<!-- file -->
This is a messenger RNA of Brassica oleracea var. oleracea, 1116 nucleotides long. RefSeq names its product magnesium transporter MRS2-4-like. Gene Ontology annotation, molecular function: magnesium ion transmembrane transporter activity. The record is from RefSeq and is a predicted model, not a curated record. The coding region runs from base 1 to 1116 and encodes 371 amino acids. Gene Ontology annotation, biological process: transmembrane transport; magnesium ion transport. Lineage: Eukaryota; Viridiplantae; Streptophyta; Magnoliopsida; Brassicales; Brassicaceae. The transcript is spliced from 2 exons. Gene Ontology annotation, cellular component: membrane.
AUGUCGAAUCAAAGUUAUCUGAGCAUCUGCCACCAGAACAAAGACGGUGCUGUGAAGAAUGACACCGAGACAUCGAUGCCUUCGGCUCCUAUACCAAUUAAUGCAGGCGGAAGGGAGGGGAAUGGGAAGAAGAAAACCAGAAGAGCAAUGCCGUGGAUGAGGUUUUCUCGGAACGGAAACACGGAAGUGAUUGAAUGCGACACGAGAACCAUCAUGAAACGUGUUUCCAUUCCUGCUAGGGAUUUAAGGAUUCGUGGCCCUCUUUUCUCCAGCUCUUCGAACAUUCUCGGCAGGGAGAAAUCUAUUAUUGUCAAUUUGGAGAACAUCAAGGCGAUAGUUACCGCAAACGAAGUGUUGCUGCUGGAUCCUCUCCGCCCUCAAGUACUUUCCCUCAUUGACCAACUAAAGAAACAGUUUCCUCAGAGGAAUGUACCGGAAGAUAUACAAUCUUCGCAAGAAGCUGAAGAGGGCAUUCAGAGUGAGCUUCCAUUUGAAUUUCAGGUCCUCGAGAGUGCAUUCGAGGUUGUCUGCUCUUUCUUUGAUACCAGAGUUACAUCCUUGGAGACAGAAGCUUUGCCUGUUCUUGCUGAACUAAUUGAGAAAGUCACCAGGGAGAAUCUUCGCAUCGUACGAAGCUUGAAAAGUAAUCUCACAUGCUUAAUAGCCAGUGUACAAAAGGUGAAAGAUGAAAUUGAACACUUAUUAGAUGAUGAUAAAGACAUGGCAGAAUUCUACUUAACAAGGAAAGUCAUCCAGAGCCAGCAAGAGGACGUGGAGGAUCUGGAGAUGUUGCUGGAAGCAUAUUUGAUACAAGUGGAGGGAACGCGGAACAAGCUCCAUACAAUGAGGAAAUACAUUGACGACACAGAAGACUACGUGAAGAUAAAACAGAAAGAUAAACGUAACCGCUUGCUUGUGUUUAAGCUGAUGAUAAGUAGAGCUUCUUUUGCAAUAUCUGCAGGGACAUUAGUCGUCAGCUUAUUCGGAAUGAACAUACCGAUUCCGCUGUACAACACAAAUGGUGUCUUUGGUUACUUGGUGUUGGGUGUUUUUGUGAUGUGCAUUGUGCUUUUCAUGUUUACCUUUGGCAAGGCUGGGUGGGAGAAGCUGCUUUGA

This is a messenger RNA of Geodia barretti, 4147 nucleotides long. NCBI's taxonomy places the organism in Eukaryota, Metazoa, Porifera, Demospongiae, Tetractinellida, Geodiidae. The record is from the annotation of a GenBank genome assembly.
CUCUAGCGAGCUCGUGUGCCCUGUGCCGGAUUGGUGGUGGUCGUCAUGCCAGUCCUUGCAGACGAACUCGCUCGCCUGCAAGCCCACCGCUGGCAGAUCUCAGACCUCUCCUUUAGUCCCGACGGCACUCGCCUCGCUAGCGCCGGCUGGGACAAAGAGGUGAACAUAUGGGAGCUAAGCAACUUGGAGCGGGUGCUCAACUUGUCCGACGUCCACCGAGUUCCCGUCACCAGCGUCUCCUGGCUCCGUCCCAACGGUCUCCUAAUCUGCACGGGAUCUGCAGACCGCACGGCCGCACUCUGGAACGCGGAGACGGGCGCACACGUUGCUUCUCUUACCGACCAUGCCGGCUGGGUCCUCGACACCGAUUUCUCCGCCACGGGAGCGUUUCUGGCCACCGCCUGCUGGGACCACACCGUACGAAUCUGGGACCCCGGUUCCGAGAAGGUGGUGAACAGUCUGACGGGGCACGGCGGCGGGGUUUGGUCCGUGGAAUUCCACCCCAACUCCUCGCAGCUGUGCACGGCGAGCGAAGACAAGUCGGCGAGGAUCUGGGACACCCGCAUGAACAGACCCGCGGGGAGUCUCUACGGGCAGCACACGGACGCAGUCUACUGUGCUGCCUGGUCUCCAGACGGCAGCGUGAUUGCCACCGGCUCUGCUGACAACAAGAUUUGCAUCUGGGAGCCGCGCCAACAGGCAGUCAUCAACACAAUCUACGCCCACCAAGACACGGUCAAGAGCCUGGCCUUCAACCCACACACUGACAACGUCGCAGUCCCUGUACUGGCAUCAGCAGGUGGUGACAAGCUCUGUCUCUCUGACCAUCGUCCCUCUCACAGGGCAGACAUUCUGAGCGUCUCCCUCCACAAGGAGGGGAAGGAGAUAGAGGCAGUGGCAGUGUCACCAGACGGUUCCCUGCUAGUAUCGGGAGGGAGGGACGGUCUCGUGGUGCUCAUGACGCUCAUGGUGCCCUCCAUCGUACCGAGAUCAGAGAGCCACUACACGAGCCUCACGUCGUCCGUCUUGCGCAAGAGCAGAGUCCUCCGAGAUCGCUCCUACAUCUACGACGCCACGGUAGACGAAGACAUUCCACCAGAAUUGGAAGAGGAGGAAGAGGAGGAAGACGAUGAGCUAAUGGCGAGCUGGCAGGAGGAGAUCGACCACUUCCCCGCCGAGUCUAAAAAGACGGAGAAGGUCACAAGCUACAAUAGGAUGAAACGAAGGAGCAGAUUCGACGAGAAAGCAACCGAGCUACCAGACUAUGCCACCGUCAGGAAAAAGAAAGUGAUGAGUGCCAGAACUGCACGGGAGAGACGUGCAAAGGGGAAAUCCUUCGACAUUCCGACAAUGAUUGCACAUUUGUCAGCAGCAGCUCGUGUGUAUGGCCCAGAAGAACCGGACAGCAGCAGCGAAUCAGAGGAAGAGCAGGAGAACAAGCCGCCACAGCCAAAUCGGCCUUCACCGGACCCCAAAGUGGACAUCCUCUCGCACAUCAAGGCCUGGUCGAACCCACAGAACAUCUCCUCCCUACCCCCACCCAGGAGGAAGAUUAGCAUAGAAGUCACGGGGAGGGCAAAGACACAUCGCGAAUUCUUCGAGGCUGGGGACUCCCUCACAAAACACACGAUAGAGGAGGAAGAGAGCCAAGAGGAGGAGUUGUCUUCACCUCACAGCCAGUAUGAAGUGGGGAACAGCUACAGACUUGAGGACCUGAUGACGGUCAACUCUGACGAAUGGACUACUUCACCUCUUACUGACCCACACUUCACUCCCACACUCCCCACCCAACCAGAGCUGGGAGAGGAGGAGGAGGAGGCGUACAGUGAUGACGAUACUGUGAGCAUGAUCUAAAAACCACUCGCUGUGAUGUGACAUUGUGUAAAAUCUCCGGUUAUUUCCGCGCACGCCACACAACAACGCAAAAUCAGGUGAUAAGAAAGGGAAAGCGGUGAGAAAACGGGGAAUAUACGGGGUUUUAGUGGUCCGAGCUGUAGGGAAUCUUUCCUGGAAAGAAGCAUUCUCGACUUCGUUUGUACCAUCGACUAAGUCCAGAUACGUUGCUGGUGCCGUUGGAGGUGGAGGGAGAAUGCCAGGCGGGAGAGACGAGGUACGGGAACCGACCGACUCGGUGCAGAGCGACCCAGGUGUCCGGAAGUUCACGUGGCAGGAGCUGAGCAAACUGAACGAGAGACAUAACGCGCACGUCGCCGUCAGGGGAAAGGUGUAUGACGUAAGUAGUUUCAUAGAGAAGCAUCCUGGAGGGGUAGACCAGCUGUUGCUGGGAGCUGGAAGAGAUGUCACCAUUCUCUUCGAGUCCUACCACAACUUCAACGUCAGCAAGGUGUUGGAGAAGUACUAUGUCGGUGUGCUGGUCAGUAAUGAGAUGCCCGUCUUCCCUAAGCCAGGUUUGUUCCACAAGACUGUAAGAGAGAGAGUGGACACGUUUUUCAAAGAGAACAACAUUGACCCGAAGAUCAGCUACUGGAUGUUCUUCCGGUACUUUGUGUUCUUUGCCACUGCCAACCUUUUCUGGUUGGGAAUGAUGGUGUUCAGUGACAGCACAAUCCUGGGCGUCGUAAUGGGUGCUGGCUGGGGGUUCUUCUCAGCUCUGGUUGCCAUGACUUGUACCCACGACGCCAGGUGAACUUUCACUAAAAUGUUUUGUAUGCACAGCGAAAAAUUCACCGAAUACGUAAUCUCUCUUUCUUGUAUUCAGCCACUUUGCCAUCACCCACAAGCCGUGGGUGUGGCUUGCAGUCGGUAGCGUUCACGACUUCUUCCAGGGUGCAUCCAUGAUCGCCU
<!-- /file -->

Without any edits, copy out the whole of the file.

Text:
This is a messenger RNA of Brassica oleracea var. oleracea, 1116 nucleotides long. RefSeq names its product magnesium transporter MRS2-4-like. Gene Ontology annotation, molecular function: magnesium ion transmembrane transporter activity. The record is from RefSeq and is a predicted model, not a curated record. The coding region runs from base 1 to 1116 and encodes 371 amino acids. Gene Ontology annotation, biological process: transmembrane transport; magnesium ion transport. Lineage: Eukaryota; Viridiplantae; Streptophyta; Magnoliopsida; Brassicales; Brassicaceae. The transcript is spliced from 2 exons. Gene Ontology annotation, cellular component: membrane.
AUGUCGAAUCAAAGUUAUCUGAGCAUCUGCCACCAGAACAAAGACGGUGCUGUGAAGAAUGACACCGAGACAUCGAUGCCUUCGGCUCCUAUACCAAUUAAUGCAGGCGGAAGGGAGGGGAAUGGGAAGAAGAAAACCAGAAGAGCAAUGCCGUGGAUGAGGUUUUCUCGGAACGGAAACACGGAAGUGAUUGAAUGCGACACGAGAACCAUCAUGAAACGUGUUUCCAUUCCUGCUAGGGAUUUAAGGAUUCGUGGCCCUCUUUUCUCCAGCUCUUCGAACAUUCUCGGCAGGGAGAAAUCUAUUAUUGUCAAUUUGGAGAACAUCAAGGCGAUAGUUACCGCAAACGAAGUGUUGCUGCUGGAUCCUCUCCGCCCUCAAGUACUUUCCCUCAUUGACCAACUAAAGAAACAGUUUCCUCAGAGGAAUGUACCGGAAGAUAUACAAUCUUCGCAAGAAGCUGAAGAGGGCAUUCAGAGUGAGCUUCCAUUUGAAUUUCAGGUCCUCGAGAGUGCAUUCGAGGUUGUCUGCUCUUUCUUUGAUACCAGAGUUACAUCCUUGGAGACAGAAGCUUUGCCUGUUCUUGCUGAACUAAUUGAGAAAGUCACCAGGGAGAAUCUUCGCAUCGUACGAAGCUUGAAAAGUAAUCUCACAUGCUUAAUAGCCAGUGUACAAAAGGUGAAAGAUGAAAUUGAACACUUAUUAGAUGAUGAUAAAGACAUGGCAGAAUUCUACUUAACAAGGAAAGUCAUCCAGAGCCAGCAAGAGGACGUGGAGGAUCUGGAGAUGUUGCUGGAAGCAUAUUUGAUACAAGUGGAGGGAACGCGGAACAAGCUCCAUACAAUGAGGAAAUACAUUGACGACACAGAAGACUACGUGAAGAUAAAACAGAAAGAUAAACGUAACCGCUUGCUUGUGUUUAAGCUGAUGAUAAGUAGAGCUUCUUUUGCAAUAUCUGCAGGGACAUUAGUCGUCAGCUUAUUCGGAAUGAACAUACCGAUUCCGCUGUACAACACAAAUGGUGUCUUUGGUUACUUGGUGUUGGGUGUUUUUGUGAUGUGCAUUGUGCUUUUCAUGUUUACCUUUGGCAAGGCUGGGUGGGAGAAGCUGCUUUGA

This is a messenger RNA of Geodia barretti, 4147 nucleotides long. NCBI's taxonomy places the organism in Eukaryota, Metazoa, Porifera, Demospongiae, Tetractinellida, Geodiidae. The record is from the annotation of a GenBank genome assembly.
CUCUAGCGAGCUCGUGUGCCCUGUGCCGGAUUGGUGGUGGUCGUCAUGCCAGUCCUUGCAGACGAACUCGCUCGCCUGCAAGCCCACCGCUGGCAGAUCUCAGACCUCUCCUUUAGUCCCGACGGCACUCGCCUCGCUAGCGCCGGCUGGGACAAAGAGGUGAACAUAUGGGAGCUAAGCAACUUGGAGCGGGUGCUCAACUUGUCCGACGUCCACCGAGUUCCCGUCACCAGCGUCUCCUGGCUCCGUCCCAACGGUCUCCUAAUCUGCACGGGAUCUGCAGACCGCACGGCCGCACUCUGGAACGCGGAGACGGGCGCACACGUUGCUUCUCUUACCGACCAUGCCGGCUGGGUCCUCGACACCGAUUUCUCCGCCACGGGAGCGUUUCUGGCCACCGCCUGCUGGGACCACACCGUACGAAUCUGGGACCCCGGUUCCGAGAAGGUGGUGAACAGUCUGACGGGGCACGGCGGCGGGGUUUGGUCCGUGGAAUUCCACCCCAACUCCUCGCAGCUGUGCACGGCGAGCGAAGACAAGUCGGCGAGGAUCUGGGACACCCGCAUGAACAGACCCGCGGGGAGUCUCUACGGGCAGCACACGGACGCAGUCUACUGUGCUGCCUGGUCUCCAGACGGCAGCGUGAUUGCCACCGGCUCUGCUGACAACAAGAUUUGCAUCUGGGAGCCGCGCCAACAGGCAGUCAUCAACACAAUCUACGCCCACCAAGACACGGUCAAGAGCCUGGCCUUCAACCCACACACUGACAACGUCGCAGUCCCUGUACUGGCAUCAGCAGGUGGUGACAAGCUCUGUCUCUCUGACCAUCGUCCCUCUCACAGGGCAGACAUUCUGAGCGUCUCCCUCCACAAGGAGGGGAAGGAGAUAGAGGCAGUGGCAGUGUCACCAGACGGUUCCCUGCUAGUAUCGGGAGGGAGGGACGGUCUCGUGGUGCUCAUGACGCUCAUGGUGCCCUCCAUCGUACCGAGAUCAGAGAGCCACUACACGAGCCUCACGUCGUCCGUCUUGCGCAAGAGCAGAGUCCUCCGAGAUCGCUCCUACAUCUACGACGCCACGGUAGACGAAGACAUUCCACCAGAAUUGGAAGAGGAGGAAGAGGAGGAAGACGAUGAGCUAAUGGCGAGCUGGCAGGAGGAGAUCGACCACUUCCCCGCCGAGUCUAAAAAGACGGAGAAGGUCACAAGCUACAAUAGGAUGAAACGAAGGAGCAGAUUCGACGAGAAAGCAACCGAGCUACCAGACUAUGCCACCGUCAGGAAAAAGAAAGUGAUGAGUGCCAGAACUGCACGGGAGAGACGUGCAAAGGGGAAAUCCUUCGACAUUCCGACAAUGAUUGCACAUUUGUCAGCAGCAGCUCGUGUGUAUGGCCCAGAAGAACCGGACAGCAGCAGCGAAUCAGAGGAAGAGCAGGAGAACAAGCCGCCACAGCCAAAUCGGCCUUCACCGGACCCCAAAGUGGACAUCCUCUCGCACAUCAAGGCCUGGUCGAACCCACAGAACAUCUCCUCCCUACCCCCACCCAGGAGGAAGAUUAGCAUAGAAGUCACGGGGAGGGCAAAGACACAUCGCGAAUUCUUCGAGGCUGGGGACUCCCUCACAAAACACACGAUAGAGGAGGAAGAGAGCCAAGAGGAGGAGUUGUCUUCACCUCACAGCCAGUAUGAAGUGGGGAACAGCUACAGACUUGAGGACCUGAUGACGGUCAACUCUGACGAAUGGACUACUUCACCUCUUACUGACCCACACUUCACUCCCACACUCCCCACCCAACCAGAGCUGGGAGAGGAGGAGGAGGAGGCGUACAGUGAUGACGAUACUGUGAGCAUGAUCUAAAAACCACUCGCUGUGAUGUGACAUUGUGUAAAAUCUCCGGUUAUUUCCGCGCACGCCACACAACAACGCAAAAUCAGGUGAUAAGAAAGGGAAAGCGGUGAGAAAACGGGGAAUAUACGGGGUUUUAGUGGUCCGAGCUGUAGGGAAUCUUUCCUGGAAAGAAGCAUUCUCGACUUCGUUUGUACCAUCGACUAAGUCCAGAUACGUUGCUGGUGCCGUUGGAGGUGGAGGGAGAAUGCCAGGCGGGAGAGACGAGGUACGGGAACCGACCGACUCGGUGCAGAGCGACCCAGGUGUCCGGAAGUUCACGUGGCAGGAGCUGAGCAAACUGAACGAGAGACAUAACGCGCACGUCGCCGUCAGGGGAAAGGUGUAUGACGUAAGUAGUUUCAUAGAGAAGCAUCCUGGAGGGGUAGACCAGCUGUUGCUGGGAGCUGGAAGAGAUGUCACCAUUCUCUUCGAGUCCUACCACAACUUCAACGUCAGCAAGGUGUUGGAGAAGUACUAUGUCGGUGUGCUGGUCAGUAAUGAGAUGCCCGUCUUCCCUAAGCCAGGUUUGUUCCACAAGACUGUAAGAGAGAGAGUGGACACGUUUUUCAAAGAGAACAACAUUGACCCGAAGAUCAGCUACUGGAUGUUCUUCCGGUACUUUGUGUUCUUUGCCACUGCCAACCUUUUCUGGUUGGGAAUGAUGGUGUUCAGUGACAGCACAAUCCUGGGCGUCGUAAUGGGUGCUGGCUGGGGGUUCUUCUCAGCUCUGGUUGCCAUGACUUGUACCCACGACGCCAGGUGAACUUUCACUAAAAUGUUUUGUAUGCACAGCGAAAAAUUCACCGAAUACGUAAUCUCUCUUUCUUGUAUUCAGCCACUUUGCCAUCACCCACAAGCCGUGGGUGUGGCUUGCAGUCGGUAGCGUUCACGACUUCUUCCAGGGUGCAUCCAUGAUCGCCU